Developer: Nintendo EAD/Grezzo
The oddball of the Zelda family, Majora’s Mask is the most intriguing game that Nintendo put out on the N64. It deals with many dark themes and has an overall sense of dread from start to finish. A complete step away from what we know as a Legend of Zelda game, it received mixed reviews at time of release and many fans, myself included, struggled to get into this truly obscure entry.
Being a direct sequel to Ocarina of Time it’s probably best that you start there before jumping into Majora. After the events in OoT you are met by the Skull Kid and his two fairy accomplices in a woodland area. He steals your horse and turns you into a Deku Scrub. After fighting your way to Clock Town, the capital of the land you’re in know as Termina, you bump into the Mask Merchant who tells you an imp has stolen a very dangerous and powerful mask. You are then charged with getting it back, oh and a huge super moon is crashing towards Termina, ready to destroy everything.
This is where the Majora’s major mechanic comes into play. The Skullkid has caused this moon to start falling. And you have three days to prevent it. Remember that Ocarina that Princess Zelda gave you in the previous game? Well you can now use it, and most of the magical songs you learnt to alter time in order to help you save Termina and its inhabitants.
Play the ‘Song of Time’ from Ocarina and you’ll go back to the start of the first day. This is great as a means of staying alive and continuing your quest. However anything you haven’t accomplished also returns to the state it was in on the first day. Didn’t finish a dungeon? Well you gotta start again. Didn’t bank your rupees? Better go find some more. Everything goes back to the beginning and this used to be mighty frustrating. One of the cool new changes is how certain things will stay the way they are. For instance discover a dungeon, then play the Song of Time and you’ll go back to the first day, but the dungeon stays unlocked. This gives you a full three days to beat it. It’s the little tweaks like this and the new layout of the games journal make it much more enjoyable than the older version.
The games hub Clock Town is where you spend most of your time. It’s a hustling bustling town that’s full of people who have problems that you are down to help out. This is where the three day and night cycle comes into its own. The town hustles and bustles all night and the citizens are up and about at all hours. Approaching them at different times of on different days will net you quests that are stored in your fancy new journey, easily and quickly navigated by the touch screen. Using you time manipulating ocarina you can change the fate of these people and earn yourself some masks.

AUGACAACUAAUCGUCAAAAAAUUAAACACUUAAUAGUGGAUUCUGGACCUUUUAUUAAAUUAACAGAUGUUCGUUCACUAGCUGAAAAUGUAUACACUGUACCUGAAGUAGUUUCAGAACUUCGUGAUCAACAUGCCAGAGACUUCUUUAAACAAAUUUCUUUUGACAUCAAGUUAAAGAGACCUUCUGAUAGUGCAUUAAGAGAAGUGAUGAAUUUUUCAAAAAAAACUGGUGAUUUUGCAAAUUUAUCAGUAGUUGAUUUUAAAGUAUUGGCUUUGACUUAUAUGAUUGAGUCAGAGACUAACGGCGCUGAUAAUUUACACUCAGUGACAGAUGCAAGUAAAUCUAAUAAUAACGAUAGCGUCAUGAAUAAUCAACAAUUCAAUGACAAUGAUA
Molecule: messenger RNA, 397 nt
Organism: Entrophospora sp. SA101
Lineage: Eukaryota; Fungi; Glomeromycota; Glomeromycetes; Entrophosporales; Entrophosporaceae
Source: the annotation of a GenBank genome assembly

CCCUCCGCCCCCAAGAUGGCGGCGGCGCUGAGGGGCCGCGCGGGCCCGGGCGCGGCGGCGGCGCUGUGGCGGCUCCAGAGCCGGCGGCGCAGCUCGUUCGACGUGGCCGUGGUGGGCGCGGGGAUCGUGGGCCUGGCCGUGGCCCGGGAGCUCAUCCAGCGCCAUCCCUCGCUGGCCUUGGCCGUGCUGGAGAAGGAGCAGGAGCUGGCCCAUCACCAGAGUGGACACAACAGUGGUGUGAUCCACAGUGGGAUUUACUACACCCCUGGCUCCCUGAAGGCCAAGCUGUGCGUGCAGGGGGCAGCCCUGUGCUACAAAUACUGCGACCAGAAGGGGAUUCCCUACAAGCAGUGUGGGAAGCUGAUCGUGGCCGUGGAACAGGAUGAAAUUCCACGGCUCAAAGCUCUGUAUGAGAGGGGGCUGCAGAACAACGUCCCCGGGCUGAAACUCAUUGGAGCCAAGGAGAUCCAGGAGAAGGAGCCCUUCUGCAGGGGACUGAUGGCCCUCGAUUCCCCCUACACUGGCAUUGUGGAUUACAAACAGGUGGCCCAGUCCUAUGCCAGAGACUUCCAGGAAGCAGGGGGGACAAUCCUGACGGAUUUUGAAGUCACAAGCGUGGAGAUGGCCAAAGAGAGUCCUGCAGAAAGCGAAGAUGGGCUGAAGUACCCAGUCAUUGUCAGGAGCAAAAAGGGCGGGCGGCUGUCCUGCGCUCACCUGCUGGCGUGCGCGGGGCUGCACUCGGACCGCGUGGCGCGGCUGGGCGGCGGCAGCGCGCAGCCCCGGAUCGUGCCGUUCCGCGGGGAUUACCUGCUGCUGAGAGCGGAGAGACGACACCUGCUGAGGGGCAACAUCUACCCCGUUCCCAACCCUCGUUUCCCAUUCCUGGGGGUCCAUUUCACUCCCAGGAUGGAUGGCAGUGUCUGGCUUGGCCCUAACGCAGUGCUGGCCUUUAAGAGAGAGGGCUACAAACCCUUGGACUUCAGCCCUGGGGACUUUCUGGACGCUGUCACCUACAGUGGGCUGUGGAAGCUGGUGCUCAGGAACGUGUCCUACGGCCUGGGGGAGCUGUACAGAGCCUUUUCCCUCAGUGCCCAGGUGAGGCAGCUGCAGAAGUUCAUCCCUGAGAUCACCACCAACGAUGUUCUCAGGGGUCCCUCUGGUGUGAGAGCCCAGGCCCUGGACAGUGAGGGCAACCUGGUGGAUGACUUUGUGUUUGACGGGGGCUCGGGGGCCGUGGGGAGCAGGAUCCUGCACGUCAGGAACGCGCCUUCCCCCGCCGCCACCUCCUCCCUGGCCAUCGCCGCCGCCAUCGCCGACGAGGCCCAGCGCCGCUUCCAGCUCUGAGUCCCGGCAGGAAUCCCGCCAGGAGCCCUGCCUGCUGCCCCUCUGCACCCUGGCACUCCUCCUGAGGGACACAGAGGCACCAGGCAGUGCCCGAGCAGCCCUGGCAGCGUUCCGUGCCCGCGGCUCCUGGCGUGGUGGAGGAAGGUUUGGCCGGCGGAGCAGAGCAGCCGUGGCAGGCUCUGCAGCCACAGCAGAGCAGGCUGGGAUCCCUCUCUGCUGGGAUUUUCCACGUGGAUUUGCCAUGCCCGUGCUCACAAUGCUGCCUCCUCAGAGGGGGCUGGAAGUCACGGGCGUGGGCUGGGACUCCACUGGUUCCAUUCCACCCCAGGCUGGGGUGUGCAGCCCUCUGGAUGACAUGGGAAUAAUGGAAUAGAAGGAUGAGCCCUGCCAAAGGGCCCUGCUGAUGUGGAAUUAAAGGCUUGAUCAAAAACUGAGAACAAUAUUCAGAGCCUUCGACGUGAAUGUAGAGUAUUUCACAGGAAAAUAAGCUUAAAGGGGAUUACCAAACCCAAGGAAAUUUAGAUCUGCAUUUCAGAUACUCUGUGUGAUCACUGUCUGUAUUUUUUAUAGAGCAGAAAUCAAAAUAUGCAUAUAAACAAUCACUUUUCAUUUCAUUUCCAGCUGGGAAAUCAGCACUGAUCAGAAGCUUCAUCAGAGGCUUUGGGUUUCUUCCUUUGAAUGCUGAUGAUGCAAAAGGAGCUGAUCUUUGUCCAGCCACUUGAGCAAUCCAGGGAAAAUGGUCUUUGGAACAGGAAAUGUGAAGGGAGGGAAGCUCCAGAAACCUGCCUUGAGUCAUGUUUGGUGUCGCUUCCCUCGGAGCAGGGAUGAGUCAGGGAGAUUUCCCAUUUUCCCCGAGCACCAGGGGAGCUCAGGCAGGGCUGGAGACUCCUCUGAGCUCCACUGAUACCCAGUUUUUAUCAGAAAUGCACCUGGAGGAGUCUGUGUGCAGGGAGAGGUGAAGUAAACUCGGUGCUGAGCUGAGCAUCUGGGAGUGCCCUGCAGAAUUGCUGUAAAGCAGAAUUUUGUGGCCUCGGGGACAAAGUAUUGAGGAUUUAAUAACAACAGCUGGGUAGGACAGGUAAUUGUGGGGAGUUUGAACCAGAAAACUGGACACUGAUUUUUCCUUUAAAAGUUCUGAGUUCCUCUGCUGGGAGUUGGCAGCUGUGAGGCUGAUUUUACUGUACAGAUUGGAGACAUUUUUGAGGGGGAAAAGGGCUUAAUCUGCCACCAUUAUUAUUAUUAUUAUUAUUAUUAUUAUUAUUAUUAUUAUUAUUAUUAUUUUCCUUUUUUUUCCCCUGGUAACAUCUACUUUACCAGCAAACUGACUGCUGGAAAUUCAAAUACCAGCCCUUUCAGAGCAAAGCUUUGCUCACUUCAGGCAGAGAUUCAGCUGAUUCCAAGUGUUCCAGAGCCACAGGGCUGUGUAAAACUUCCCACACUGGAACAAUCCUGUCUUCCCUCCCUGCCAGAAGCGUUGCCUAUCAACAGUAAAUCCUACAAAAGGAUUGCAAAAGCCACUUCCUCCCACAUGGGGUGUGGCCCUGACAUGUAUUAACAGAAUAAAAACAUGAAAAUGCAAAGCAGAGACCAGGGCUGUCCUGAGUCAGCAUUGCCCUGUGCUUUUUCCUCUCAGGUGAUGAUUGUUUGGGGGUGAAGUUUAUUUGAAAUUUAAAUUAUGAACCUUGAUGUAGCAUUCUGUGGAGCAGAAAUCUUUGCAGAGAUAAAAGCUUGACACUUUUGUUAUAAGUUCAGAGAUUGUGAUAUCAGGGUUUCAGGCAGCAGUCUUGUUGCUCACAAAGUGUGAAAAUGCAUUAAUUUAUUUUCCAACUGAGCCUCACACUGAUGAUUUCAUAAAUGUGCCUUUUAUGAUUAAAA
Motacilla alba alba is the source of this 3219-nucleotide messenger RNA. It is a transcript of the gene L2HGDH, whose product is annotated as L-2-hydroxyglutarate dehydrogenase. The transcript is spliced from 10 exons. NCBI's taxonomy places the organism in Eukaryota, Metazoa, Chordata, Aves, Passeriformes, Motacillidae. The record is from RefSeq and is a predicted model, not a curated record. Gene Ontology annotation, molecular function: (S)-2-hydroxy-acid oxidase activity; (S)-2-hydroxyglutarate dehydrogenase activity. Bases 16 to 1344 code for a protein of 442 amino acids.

Yup masks. The most important thing in the game. Each one has a special ability when you put it on, and there are plenty to acquire. Everything from walking on lava to bring invisible to enemies to talking to ghosts. Each one different and each one needed to progress the game (although some are only needed to do one specific quest).
Visually the game has had a hug uplift. If you do a side by side comparison between this and the original you’ll notice that everything just looks that
much better. If gives the world a new lease of life and everything, while still dark and terrifying, just looks that much cleaner and brighter. The game look better than Ocarina 3D and plays much better in bitesize chunks on a handheld. The fact you can complete a bit of a task and then save rather than go for a whole quest makes the gaming on the go element of Majora perfectly balanced.
I’m impressed with this remaster. Nintendo have lovingly recaptured the original N64 game and changed only what was needed to make the experience better. If you’re a fan of the series it’s a no brainer. If your unsure, or have never played a Zelda title before I’d recommend starting with Ocarina of Time. Still a fantastic game.